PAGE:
Awesome Art Museums

As extracurricular sojourns go, art museums are a meeting planner’s ace in the hole, a sure-fire destination where every participant, regardless of age, background or culture, will experience something that moves them on a human level. As an added bonus, most major art installations are not only conveniently located in the same metropolitan areas favored for corporate get-togethers, but increasingly include such on-site amenities as cafes, coffee shops, restaurants, restrooms and gift emporiums, adding beau coup flexibility for the schedule-challenged.

An art museum’s primary function is to provide for the collection, preservation and exhibition of works of art. However, a handful of iconic American institutions have actually put the art in art museum by transcending their functionality to embody the very artwork that awaits within.

These 10 art museums enchant us before we even step foot inside.

Museum of Modern Art, New York: When your insides house such modern masterpieces as Vincent Van Gogh’s Starry Night and Pablo Picasso’s Les Demoiselles d’Avignon, what do you do on your outside? The team of MOMA architects over the years created equally stunning spaces, including the Sculpture Garden, Marron Atrium and the sleek new western addition.

The Getty Center, Los Angeles: As much as one would enjoy the European paintings and sculpture within, this 10-year-old museum at the Malibu hilltop villa of J. Paul Getty, once the richest man in America, is so gorgeous as to stop hardened art aficionados in their path. The tram ride views from the parking lot alone are practically worth the price of admission.

The New Museum of Contemporary Art, New York: At first glance – and even second or third – this seven-story, eight-level new kid on the Bowery block appears as a cubist hallucination, as distinctive in its way as the Guggenheim (below). It’s a great place to hang at the café, catch a concert and enjoy the touring exhibitions, all by living artists.

Guggenheim Museum, New York: It’s perhaps ironic that in a museum that contains the likes of Chagall, Kandinsky, Klee, Mapplethorpe and Picasso, it’s the spiraling architecture by Frank Lloyd Wright that commands center stage. It’s safe to say you’ve never seen great art in this light before.

National Gallery of Art, Washington, D.C.: Architect John Russell Pope’s classical West Building of Andrew Mellon’s treasure trove of Renaissance masterpieces received a modernist bookend in I.M. Pei’s stunning 1978 East Building. Pei’s triangular shapes define the building’s major spaces, and are echoed and repeated in architectural elements throughout.

Wexner Center for the Arts, Ohio State University: Architect Peter Eisenman, who designed the Wexner with local architect Richard Trott, described as “deconstructivist” this collision of modern elements with an existing 19th century armory. Simply put, it baffles.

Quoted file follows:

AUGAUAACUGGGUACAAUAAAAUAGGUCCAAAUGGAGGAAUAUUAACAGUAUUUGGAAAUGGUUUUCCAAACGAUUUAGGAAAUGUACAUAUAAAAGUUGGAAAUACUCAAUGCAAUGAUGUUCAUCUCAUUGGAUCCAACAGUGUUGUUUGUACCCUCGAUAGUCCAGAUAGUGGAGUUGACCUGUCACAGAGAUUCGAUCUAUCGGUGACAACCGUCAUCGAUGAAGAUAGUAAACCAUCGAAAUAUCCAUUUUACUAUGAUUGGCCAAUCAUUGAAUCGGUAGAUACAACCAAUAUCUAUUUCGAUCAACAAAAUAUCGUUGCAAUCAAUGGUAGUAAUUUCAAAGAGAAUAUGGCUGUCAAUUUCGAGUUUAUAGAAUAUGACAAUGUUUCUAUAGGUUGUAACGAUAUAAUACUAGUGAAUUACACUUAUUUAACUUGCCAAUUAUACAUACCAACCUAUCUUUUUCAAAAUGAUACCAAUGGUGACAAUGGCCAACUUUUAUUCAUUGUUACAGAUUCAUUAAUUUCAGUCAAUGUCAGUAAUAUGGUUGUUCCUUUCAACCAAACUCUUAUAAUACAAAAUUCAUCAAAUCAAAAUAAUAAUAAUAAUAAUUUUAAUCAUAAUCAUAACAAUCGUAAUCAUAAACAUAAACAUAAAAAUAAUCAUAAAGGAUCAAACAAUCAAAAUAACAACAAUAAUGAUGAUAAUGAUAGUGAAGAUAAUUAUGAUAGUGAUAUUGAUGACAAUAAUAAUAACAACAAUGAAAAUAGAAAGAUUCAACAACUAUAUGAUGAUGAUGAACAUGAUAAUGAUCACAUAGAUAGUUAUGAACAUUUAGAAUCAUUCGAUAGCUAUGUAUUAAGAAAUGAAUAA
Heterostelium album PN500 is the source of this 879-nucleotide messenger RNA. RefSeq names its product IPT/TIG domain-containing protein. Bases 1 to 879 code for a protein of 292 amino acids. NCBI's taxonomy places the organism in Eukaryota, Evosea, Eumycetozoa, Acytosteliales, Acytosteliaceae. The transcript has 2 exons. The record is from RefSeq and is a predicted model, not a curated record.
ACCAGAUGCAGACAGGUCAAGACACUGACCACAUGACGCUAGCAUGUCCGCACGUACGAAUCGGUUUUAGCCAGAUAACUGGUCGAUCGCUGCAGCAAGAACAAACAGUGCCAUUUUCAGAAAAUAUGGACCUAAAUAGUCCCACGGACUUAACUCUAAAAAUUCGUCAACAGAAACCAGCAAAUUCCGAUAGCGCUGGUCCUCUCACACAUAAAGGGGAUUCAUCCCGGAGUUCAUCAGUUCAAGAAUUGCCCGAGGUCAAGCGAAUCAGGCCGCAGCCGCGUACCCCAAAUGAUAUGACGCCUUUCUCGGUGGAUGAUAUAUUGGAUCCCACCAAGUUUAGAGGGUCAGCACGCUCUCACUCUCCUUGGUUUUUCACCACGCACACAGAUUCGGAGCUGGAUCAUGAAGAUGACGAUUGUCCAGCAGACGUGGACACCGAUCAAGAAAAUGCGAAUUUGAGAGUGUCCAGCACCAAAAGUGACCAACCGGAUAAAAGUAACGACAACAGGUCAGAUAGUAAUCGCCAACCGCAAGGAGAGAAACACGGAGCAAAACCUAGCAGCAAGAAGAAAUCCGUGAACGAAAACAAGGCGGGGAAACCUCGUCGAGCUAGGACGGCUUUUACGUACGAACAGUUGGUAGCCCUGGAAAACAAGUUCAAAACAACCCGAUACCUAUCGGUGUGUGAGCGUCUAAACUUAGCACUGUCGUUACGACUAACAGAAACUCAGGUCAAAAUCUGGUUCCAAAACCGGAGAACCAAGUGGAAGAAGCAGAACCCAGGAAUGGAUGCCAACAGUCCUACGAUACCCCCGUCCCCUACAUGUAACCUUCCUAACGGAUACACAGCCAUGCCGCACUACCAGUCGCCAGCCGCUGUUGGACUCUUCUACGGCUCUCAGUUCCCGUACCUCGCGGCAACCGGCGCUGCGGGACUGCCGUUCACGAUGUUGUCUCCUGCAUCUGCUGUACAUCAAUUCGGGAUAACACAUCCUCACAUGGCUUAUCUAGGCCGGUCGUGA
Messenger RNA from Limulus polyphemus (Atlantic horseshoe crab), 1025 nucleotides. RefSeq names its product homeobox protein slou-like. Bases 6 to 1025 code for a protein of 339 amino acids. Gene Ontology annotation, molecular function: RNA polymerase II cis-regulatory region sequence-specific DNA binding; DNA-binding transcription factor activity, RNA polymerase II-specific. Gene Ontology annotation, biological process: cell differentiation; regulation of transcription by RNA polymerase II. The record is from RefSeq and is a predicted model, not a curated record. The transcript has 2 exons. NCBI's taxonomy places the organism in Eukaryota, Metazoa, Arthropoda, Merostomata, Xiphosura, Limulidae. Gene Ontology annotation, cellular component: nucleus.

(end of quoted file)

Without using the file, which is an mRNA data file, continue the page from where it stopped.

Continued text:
Georgia O’Keeffe Museum, Santa Fe, NM: While museums dedicated to a single artist are rare on this side of the pond, O’Keeffe’s close identification with the American Southwest made her the perfect subject for this adobe artist’s compound. Herein resides the largest single collection of her work.

Salvador Dali Museum, St. Petersburg, FL: The enormous mirrored amoeba emerging from this faceless concrete edifice only hints at the fun inside the Dali. Just consider the current surrealist exhibits: Eggs on the Plate Without the Plate, First Cylindrical Chromo-Hologram Portrait of Alice Cooper’s Brain, and Venus with Drawers and Pompoms. Enter at your own risk.

Museum of Contemporary Art, North Miami: A sense of whimsy pervades this youngster, which opened in 1996. The palm-lined postmodern waterfall fountain and pool provides an eye-catching entry/promo space for all manner of artistic flights of fantasy.

Los Angeles County Museum of Art: True to its setting, LACMA prides itself in making art relevant and accessible. Where else are you going to see an entrance lit with 202 cast-iron street lamps gathered from around town, courtesy of artist Chris Burden’s “Urban Light” installation.

ArtWexlerTip of the hat: For more details on the art of art museum design, check out “American Art Museum Architecture: Documents and Design” by Eric M. Wolf, published by W.W. Norton. And a personal fist-bump to Norton for providing images of these magnificent museums.

Additional image of the Salvador Dali Museum at night: Sean Pavone /



Jay MacDonald

Jay MacDonald

Jay MacDonald is an award-winning journalist, author and blogger who incorporates humor and human interest into a broad range of topics. Follow him on Twitter @omnisaurus

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